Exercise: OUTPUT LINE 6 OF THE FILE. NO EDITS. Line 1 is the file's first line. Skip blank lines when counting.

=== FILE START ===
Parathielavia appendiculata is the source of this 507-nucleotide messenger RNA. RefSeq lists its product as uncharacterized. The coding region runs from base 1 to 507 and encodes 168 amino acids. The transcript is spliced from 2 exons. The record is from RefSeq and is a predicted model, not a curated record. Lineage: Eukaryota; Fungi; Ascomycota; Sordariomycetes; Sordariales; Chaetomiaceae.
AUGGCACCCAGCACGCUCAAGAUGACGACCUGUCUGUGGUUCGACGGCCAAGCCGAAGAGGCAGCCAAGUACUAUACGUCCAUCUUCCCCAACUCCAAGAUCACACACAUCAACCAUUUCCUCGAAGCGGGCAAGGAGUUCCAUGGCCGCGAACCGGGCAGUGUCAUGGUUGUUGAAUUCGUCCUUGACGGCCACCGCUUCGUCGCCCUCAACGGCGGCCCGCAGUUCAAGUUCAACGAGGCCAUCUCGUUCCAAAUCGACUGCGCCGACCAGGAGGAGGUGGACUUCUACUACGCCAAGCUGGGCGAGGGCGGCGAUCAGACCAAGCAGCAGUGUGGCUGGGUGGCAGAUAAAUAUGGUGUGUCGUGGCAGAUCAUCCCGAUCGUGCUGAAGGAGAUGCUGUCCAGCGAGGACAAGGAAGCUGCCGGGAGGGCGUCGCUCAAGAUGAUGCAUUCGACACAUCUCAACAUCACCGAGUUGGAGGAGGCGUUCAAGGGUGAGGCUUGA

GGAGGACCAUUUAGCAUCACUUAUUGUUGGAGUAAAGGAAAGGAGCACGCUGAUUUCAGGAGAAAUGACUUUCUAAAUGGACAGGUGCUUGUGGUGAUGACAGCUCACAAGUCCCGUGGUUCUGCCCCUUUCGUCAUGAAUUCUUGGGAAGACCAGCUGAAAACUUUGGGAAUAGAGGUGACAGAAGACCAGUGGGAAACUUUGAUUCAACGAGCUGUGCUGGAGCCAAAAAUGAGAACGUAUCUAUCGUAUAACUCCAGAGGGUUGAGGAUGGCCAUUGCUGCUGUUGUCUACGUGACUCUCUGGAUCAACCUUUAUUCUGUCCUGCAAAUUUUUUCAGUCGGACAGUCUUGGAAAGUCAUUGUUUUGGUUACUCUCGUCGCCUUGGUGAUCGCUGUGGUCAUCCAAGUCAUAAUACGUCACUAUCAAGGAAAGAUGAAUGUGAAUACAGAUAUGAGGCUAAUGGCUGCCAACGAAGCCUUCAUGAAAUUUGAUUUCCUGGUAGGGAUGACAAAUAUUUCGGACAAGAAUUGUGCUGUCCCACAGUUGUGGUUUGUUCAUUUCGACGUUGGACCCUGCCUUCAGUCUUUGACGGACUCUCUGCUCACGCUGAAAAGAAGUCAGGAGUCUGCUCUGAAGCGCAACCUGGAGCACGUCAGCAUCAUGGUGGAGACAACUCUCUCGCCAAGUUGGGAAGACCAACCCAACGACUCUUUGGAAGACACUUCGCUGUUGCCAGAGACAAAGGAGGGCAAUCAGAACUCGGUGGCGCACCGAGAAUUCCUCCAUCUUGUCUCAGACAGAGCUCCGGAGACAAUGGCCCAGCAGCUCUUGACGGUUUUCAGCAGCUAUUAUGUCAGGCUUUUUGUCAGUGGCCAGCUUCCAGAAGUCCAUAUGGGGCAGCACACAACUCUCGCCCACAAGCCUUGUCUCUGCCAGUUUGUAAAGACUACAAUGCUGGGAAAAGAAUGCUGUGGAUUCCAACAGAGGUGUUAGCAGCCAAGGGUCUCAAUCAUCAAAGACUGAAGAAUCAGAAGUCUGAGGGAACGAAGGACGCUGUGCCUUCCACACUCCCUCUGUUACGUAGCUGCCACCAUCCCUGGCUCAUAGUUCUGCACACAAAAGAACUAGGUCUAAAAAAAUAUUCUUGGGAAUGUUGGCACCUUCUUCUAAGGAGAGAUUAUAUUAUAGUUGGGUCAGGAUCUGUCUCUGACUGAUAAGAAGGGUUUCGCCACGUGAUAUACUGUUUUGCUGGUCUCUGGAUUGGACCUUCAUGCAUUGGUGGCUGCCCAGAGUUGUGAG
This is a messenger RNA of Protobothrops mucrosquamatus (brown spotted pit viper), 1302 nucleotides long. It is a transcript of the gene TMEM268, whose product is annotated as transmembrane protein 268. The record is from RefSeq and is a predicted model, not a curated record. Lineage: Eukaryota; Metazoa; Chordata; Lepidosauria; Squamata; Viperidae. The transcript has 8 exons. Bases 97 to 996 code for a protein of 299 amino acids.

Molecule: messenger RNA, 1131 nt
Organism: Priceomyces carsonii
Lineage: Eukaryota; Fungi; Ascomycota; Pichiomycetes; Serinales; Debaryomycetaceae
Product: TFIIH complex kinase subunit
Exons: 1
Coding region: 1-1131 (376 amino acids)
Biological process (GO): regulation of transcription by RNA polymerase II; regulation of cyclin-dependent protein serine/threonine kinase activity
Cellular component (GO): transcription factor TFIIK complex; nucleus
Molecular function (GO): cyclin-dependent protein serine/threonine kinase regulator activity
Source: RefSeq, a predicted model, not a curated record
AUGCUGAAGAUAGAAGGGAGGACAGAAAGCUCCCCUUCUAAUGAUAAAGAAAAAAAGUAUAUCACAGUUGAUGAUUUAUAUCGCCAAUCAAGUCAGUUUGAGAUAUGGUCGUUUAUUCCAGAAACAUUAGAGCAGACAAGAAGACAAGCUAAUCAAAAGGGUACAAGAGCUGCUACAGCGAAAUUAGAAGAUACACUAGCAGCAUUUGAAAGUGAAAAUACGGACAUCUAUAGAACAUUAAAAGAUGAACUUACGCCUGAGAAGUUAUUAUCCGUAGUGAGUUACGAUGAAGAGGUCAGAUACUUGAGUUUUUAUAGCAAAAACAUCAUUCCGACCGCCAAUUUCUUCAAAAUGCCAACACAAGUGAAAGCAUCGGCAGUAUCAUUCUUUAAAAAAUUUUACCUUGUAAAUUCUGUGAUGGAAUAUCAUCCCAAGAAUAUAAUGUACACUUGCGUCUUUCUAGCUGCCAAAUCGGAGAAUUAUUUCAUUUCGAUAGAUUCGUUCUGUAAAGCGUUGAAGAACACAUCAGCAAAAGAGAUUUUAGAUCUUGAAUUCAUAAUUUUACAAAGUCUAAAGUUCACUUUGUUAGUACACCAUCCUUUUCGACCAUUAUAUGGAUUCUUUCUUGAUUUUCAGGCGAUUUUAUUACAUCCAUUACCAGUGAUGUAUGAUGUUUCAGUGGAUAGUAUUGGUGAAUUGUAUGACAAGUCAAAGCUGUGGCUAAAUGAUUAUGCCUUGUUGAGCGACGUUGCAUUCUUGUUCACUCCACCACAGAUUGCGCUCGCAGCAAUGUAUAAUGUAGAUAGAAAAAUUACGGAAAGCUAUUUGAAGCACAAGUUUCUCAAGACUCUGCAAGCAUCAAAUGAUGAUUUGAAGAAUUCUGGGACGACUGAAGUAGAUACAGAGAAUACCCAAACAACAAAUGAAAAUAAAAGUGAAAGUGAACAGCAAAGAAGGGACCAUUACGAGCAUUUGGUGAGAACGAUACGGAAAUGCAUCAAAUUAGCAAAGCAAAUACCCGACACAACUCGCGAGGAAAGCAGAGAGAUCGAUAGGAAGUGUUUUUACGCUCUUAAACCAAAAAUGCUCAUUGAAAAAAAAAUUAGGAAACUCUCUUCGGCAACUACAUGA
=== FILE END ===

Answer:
Organism: Priceomyces carsonii